Monday, May 21, 2012

President Obama Demands a Meeting to Discuss His Grade

By Barry Rubin

Janice Fiamengo’s brilliant article, “The Unteachables: A Generation that Cannot Learn,” fits my past experience teaching at American universities. But I realized that her account applied perfectly to…something else.
Fiamengo writes that students are upset when teachers get tough on grading, “Offended pride and sulkiness replace the careless cheer of former days.”

They don’t get it when the professor points out the shortcomings in their papers . “But my work has always been praised before! Your criticisms are exaggerated!” And they may boast: “The general idea was good, wasn’t it? I’m better at the big ideas. On the details, well…”

And then if you don’t give in they become belligerent. As Fiamengo puts it:

“Their tendency is,…not to confront the problem directly but to hit back at its perceived source.…These students experience a range of negative reactions, including anger, anxiety, and depression.”

They are incapable of learning because they are can't deal constructively with criticism orr learn from failure.

Now does this sound familiar? It sounds exactly like President Barack Obama. So I wondered. Suppose I was Obama’s professor in a class called, “Being President 1” and I gave him an “F.” If he fails to improve his grade he won’t be allowed to continue for next term. Here’s how such a meeting might play out:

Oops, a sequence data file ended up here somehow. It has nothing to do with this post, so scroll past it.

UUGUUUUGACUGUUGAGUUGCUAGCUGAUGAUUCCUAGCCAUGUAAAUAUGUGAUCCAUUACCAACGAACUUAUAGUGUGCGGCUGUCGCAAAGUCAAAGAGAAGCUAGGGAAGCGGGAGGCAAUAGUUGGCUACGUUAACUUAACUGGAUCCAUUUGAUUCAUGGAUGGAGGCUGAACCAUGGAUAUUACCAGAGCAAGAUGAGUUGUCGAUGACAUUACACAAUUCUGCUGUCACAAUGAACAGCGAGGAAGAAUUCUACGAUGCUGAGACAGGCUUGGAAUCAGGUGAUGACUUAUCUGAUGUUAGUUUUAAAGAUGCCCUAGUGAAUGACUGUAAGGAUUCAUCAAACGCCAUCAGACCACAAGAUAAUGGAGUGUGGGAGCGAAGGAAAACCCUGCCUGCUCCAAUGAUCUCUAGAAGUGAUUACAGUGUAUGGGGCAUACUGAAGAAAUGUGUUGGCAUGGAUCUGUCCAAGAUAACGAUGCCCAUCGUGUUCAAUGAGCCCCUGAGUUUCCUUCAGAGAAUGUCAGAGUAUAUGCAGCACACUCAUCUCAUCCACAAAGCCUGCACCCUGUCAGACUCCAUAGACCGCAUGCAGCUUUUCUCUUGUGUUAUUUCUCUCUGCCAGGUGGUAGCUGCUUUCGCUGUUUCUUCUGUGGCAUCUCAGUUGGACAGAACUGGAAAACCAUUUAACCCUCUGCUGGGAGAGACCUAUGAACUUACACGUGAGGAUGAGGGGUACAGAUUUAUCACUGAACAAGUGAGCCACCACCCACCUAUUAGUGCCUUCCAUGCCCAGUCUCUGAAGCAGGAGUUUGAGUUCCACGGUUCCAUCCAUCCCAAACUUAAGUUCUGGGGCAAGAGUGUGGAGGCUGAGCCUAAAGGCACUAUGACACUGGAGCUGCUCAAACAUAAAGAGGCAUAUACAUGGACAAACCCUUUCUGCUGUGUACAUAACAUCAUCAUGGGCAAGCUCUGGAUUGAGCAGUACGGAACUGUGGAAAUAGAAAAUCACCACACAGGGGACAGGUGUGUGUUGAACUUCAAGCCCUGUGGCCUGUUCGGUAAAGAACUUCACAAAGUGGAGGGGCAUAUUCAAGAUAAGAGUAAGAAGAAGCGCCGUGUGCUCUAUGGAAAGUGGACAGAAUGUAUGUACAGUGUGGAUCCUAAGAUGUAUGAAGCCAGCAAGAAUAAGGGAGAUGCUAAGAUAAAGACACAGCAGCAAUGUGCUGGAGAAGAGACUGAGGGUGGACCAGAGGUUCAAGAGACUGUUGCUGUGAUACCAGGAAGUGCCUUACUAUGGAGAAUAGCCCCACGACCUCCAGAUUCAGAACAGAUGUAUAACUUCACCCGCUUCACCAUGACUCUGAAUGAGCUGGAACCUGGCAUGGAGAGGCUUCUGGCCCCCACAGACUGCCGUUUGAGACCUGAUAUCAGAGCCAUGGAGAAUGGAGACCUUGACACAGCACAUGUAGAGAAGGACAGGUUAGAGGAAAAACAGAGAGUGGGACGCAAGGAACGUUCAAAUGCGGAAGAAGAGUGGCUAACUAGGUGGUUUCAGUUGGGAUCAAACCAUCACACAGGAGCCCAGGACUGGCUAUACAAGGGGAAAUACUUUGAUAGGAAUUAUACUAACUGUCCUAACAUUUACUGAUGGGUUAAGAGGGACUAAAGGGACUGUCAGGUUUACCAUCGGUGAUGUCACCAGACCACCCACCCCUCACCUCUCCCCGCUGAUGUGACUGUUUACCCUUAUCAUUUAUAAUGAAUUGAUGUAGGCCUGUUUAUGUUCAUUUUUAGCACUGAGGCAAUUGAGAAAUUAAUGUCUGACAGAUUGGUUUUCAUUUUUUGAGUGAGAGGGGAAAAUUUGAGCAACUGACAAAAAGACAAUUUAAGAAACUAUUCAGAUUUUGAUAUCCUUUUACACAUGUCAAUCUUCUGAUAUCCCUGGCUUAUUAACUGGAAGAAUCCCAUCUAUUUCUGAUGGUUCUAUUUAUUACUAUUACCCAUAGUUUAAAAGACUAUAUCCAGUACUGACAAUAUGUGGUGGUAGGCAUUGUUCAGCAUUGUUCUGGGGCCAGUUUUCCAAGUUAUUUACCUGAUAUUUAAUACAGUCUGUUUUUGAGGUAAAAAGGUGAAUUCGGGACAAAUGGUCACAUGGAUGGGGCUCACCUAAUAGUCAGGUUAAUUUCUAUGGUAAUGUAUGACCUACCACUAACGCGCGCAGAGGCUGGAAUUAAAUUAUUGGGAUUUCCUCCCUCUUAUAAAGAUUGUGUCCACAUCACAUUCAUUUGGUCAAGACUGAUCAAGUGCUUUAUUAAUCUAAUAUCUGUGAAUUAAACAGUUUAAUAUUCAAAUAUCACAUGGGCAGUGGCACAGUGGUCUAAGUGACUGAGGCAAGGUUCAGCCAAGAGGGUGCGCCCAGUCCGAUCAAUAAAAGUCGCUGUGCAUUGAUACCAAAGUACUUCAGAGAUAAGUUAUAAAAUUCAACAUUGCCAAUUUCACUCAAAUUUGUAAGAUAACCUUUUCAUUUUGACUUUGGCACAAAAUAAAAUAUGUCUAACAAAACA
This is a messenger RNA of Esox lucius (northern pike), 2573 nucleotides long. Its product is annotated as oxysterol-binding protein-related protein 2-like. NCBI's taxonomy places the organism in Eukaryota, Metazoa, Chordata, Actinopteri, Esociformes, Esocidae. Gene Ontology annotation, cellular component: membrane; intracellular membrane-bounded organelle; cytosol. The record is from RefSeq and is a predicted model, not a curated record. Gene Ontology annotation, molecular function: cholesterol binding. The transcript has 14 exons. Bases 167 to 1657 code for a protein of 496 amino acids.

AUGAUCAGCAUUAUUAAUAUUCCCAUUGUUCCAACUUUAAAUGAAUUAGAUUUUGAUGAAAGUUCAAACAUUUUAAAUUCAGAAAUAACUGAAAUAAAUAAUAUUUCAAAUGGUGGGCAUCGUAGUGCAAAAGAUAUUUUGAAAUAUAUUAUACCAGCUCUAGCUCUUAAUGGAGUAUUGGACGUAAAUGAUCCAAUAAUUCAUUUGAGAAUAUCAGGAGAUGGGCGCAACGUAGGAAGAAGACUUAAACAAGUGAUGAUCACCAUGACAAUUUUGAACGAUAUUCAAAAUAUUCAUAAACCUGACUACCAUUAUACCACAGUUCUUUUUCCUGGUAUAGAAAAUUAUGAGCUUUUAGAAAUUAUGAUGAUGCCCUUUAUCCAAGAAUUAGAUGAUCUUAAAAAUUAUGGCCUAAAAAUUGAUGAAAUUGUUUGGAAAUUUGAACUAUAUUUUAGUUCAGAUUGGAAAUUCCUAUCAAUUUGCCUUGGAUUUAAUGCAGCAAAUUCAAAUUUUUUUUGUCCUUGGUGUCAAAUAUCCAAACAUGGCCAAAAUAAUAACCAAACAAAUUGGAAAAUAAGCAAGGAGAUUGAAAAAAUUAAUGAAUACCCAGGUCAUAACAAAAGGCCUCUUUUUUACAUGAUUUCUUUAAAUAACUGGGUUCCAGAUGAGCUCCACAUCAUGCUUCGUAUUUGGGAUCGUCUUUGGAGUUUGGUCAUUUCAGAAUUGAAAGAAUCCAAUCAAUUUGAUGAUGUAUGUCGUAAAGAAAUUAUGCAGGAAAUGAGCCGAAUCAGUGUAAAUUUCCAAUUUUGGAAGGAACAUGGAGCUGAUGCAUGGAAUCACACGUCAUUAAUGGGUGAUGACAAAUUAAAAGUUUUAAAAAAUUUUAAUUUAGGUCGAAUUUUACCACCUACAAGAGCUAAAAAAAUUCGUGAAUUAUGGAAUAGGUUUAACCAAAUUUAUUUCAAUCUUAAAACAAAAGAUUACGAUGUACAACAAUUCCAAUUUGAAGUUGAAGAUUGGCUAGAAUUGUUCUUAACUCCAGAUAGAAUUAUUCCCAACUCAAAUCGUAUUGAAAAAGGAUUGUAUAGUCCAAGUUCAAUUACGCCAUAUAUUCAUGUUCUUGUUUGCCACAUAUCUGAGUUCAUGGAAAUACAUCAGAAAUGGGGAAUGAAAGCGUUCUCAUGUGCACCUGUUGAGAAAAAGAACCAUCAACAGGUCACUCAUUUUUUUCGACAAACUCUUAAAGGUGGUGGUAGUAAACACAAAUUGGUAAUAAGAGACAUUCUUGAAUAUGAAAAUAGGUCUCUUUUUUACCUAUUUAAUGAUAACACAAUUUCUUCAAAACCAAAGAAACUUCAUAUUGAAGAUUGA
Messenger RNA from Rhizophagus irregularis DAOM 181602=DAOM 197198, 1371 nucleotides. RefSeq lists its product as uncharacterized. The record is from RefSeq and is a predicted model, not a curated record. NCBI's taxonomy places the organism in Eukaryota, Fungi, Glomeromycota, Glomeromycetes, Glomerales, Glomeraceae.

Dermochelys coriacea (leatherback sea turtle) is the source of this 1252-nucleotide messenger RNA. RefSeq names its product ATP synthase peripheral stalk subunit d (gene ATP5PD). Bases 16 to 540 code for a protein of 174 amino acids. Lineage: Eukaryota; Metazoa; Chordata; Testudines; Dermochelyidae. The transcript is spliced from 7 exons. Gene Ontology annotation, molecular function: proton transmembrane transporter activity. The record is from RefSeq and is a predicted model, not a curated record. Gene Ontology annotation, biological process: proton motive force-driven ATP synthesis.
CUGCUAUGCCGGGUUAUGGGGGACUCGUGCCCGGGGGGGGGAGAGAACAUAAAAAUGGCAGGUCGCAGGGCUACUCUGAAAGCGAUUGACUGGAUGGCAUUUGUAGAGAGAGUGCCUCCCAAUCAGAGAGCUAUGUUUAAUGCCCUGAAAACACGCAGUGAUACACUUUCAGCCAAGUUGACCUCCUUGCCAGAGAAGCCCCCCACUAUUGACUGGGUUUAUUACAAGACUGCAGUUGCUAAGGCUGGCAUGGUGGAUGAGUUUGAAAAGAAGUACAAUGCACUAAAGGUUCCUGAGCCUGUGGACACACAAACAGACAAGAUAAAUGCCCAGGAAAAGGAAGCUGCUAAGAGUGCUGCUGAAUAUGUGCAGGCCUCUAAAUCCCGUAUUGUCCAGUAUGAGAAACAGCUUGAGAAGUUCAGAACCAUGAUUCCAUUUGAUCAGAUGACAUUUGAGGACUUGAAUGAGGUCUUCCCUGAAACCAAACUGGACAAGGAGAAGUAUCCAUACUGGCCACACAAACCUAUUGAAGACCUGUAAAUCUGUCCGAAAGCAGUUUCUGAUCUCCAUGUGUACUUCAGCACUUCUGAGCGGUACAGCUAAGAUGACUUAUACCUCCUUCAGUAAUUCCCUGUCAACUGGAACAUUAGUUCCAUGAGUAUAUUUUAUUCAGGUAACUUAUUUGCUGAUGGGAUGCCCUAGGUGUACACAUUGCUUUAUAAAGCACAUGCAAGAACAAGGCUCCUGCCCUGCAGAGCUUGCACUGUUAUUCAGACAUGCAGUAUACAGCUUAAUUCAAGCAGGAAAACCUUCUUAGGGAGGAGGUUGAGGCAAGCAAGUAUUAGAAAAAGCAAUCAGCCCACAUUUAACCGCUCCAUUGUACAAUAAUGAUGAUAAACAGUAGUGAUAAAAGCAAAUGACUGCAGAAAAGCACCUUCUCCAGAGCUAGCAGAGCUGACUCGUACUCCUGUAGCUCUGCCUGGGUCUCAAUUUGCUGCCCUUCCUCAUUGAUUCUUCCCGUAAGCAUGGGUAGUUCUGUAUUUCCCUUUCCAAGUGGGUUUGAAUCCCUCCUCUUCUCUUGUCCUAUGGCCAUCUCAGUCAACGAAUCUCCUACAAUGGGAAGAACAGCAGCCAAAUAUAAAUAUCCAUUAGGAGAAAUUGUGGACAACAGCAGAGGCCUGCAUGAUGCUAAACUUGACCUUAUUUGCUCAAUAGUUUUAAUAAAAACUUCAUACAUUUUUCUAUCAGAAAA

Me: Barack, I’m happy to discuss the grade  on your paper, `How to Fundamentally Transform America and Make It Fair' with you but I hope you listen carefully and learn how to improve."

Obama: There must be some mistake! I’ve always gotten an A+ from the media. I was admitted to Harvard! I was editor of the law review! And in 2008 I won the presidency and then the Nobel Peace Prize! I'm the smartest man in the world! The mass media--which can't find any occasion where I was everr wrong--and millions of people can't stop raving about how wonderful I am!





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